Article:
The social network said in a Newsroom post that some of its measures pre-dated March’s terror attack in Christchurch, New Zealand, but that event and the resulting Christchurch Call to Action strongly influenced its policies and methods of enforcement.
Facebook wrote, “The attack demonstrated the misuse of technology to spread radical expressions of hate and highlighted where we needed to improve detection and enforcement against violent extremist content.”
Representatives of the social network met with world leaders in Paris in May to sign the New Zealand government’s Christchurch Call to Action.
That same month, Facebook applied a one-strike policy to a broader range of offenses involving its Facebook Live livestreaming feature, and it teamed up with Microsoft, Twitter, Google and Amazon on a nine-point industry plan to fight the spread of terrorist content.
The company revealed Tuesday that it developed a definition to guide its decision-making on enforcement against terrorist organizations, updating how it defines those groups in consultation with experts in counterterrorism, international humanitarian law, freedom of speech, human rights and law enforcement.
The social network wrote, “The updated definition still focuses on the behavior, not ideology, of groups. But while our previous definition focused on acts of violence intended to achieve a political or ideological aim, our new definition more clearly delineates that attempts at violence, particularly when directed toward civilians with the intent to coerce and intimidate, also qualify.”
Facebook’s multi-disciplinary group of safety and counterterrorism experts—tasked with building product innovations and reviewing content—now totals 350 people, and its scope was expanded from strictly counterterrorism to “all people and organizations that proclaim or are engaged in violence leading to real-world harm.”
On the machine learning front, Facebook said that while initially focusing on global terrorist groups such as Isis and al-Qaida over the past two years, over 26 million pieces of content related to those groups were removed, with 99% of that content proactively identified via machine learning and artificial intelligence and deleted before it was reported.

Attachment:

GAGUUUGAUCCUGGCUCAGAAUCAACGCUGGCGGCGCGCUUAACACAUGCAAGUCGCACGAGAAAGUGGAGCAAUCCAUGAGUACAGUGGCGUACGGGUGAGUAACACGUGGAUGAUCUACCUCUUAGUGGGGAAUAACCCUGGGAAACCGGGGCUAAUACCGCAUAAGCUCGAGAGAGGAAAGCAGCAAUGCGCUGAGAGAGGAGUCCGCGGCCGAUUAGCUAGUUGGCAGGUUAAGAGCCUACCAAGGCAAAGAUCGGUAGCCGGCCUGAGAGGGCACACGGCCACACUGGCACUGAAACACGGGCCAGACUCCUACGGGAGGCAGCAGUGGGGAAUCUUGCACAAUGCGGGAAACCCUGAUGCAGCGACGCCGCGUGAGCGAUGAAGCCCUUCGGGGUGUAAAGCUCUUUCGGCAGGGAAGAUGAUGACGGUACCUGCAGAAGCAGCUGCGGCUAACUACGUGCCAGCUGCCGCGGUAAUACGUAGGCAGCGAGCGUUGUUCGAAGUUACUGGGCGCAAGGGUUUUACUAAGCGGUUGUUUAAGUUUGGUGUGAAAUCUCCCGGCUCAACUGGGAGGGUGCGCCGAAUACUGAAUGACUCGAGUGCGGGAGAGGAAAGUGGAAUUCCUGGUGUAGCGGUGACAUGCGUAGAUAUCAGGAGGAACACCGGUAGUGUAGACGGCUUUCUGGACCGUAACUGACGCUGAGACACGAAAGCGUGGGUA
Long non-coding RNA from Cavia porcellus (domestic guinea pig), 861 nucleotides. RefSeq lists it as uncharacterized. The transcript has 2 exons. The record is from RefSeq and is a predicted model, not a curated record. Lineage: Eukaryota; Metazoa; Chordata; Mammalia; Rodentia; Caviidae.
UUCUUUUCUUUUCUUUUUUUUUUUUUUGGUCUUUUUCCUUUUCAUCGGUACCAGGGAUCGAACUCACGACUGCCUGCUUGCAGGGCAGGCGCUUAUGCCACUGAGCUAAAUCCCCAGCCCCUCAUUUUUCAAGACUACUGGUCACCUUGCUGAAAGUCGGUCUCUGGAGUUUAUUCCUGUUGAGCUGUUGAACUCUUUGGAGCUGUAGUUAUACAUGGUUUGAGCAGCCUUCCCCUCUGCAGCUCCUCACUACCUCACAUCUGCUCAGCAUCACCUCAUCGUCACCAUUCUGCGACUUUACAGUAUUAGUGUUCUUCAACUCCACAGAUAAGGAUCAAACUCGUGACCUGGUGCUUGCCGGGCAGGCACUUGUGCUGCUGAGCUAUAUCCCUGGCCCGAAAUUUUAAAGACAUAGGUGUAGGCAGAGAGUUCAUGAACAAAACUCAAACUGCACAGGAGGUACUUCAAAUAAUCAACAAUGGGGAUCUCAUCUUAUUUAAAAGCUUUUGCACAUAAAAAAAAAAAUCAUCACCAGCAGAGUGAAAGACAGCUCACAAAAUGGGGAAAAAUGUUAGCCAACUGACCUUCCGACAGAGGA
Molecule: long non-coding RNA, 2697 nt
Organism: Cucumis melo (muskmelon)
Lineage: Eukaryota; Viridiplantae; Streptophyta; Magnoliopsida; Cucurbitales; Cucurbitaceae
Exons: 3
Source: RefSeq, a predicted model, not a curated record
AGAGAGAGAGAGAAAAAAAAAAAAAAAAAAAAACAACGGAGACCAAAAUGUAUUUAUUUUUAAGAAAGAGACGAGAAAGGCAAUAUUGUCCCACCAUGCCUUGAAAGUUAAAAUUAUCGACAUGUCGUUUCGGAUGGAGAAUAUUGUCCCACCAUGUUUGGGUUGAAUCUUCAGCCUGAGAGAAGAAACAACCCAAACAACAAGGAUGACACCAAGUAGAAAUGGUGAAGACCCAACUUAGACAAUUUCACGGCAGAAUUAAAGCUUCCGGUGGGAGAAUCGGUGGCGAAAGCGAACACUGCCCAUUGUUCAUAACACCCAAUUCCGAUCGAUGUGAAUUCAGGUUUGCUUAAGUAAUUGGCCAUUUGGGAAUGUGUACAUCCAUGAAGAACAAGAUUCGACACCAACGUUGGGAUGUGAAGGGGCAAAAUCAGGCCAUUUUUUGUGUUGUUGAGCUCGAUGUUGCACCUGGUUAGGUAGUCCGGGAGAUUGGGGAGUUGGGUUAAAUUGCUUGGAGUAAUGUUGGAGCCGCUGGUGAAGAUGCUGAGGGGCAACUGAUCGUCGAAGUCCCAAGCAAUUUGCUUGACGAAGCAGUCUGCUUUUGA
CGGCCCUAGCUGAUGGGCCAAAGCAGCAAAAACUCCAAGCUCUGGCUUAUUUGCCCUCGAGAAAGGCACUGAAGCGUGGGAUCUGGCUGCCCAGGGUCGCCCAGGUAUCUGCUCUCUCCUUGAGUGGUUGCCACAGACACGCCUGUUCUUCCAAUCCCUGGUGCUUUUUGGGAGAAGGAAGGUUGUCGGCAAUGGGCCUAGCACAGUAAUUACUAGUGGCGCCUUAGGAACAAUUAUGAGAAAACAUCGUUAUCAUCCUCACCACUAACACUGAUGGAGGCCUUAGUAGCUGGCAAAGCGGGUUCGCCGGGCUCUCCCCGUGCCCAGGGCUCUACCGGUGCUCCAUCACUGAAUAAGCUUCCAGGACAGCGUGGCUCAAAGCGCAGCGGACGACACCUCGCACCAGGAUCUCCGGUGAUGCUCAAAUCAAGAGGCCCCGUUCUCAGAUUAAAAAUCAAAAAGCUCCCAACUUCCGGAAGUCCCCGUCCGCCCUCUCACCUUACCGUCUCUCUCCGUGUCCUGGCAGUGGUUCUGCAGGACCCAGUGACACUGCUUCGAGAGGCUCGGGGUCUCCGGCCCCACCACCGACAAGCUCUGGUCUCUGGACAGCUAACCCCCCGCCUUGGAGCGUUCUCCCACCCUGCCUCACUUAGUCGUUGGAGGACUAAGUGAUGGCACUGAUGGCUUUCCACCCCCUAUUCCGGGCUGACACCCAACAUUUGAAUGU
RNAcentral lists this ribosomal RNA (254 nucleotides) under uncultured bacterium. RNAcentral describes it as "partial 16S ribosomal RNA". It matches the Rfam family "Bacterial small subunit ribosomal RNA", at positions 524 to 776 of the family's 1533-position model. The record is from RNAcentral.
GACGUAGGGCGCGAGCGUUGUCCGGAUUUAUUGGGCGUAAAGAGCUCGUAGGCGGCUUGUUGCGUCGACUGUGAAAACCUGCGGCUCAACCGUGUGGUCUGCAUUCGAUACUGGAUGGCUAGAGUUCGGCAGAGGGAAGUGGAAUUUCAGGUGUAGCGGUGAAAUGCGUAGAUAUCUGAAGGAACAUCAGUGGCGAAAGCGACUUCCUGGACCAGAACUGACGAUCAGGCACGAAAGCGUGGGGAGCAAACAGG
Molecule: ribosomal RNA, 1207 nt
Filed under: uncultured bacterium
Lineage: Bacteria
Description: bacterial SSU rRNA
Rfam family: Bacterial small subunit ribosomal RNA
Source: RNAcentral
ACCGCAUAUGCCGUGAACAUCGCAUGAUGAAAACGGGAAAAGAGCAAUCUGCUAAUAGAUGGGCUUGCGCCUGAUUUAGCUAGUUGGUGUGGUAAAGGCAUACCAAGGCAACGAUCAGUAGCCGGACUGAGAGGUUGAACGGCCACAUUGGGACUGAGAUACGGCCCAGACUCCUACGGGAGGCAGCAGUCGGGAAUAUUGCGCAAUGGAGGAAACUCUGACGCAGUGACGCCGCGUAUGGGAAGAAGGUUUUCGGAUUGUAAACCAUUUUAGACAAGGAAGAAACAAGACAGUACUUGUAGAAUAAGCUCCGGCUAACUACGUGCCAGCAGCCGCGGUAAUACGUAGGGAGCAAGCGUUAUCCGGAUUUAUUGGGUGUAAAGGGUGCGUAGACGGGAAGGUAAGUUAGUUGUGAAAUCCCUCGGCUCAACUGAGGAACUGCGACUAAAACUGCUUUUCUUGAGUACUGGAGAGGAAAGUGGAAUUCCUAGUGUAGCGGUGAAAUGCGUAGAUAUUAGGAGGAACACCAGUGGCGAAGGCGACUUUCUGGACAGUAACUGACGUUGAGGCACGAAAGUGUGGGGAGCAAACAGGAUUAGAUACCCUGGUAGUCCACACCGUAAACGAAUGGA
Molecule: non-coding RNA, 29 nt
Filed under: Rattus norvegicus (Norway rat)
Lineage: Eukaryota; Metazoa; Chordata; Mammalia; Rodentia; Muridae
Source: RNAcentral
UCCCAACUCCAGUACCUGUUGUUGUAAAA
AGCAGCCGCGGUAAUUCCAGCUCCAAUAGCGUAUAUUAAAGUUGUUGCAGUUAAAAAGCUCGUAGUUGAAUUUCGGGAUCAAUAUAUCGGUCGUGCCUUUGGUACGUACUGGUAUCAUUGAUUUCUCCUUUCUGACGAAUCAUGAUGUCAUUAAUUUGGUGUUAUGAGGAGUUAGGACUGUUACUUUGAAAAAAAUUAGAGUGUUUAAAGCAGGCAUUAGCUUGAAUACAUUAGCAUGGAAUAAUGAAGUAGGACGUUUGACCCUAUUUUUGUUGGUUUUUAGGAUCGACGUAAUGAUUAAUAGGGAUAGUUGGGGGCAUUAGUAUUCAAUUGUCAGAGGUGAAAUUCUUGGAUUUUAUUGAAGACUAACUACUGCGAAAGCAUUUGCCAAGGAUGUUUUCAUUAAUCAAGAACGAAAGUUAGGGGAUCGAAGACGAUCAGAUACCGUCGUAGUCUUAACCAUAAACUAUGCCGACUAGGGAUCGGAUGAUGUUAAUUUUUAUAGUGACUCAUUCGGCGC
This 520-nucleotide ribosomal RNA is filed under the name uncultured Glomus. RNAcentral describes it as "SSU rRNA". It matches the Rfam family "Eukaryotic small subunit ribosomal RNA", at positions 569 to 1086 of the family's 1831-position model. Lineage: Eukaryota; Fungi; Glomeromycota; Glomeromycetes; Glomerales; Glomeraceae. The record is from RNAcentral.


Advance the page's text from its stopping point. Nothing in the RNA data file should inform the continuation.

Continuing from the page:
Facebook said it expanded the scope of its detection tools to a wider range of organizations, covering both terrorism and hate, adding that over 200 white supremacist organizations have been banned from its platform.
The social network wrote, “We’ll need to continue to iterate on our tactics because we know that bad actors will continue to change theirs, but we think these are important steps in improving our detection abilities. For example, the video of the attack in Christchurch did not prompt our automatic detection systems because we did not have enough content depicting first-person footage of violent events to effectively train our machine learning technology. That’s why we’re working with government and law enforcement officials in the U.S. and U.K. to obtain camera footage from their firearms training programs, providing a valuable source of data to train our systems. With this initiative, we aim to improve our detection of real-world, first-person footage of violent events and avoid incorrectly detecting other types of footage such as fictional content from movies or video games.”
In March, Facebook began connecting users who searched for terms associated with white supremacy to resources aimed at helping people leave hate groups, directing them to nonprofit Life After Hate in the U.S.
The company said Tuesday that this initiative will expand to Australia and Indonesia, where it will partner with Moonshot CVE to measure the impact of its efforts and direct users searching for those terms to Exit Australia and ruangobrol.id, respectively.
Finally, on the topic of transparency, Facebook said it will share the fourth edition of its Community Standards Enforcement Report in November, which will include metrics on its efforts against all terrorist organizations for the first time.
The social network concluded, “We know that bad actors will continue to attempt to skirt our detection with more sophisticated efforts, and we are committed to advancing our work and sharing our progress.”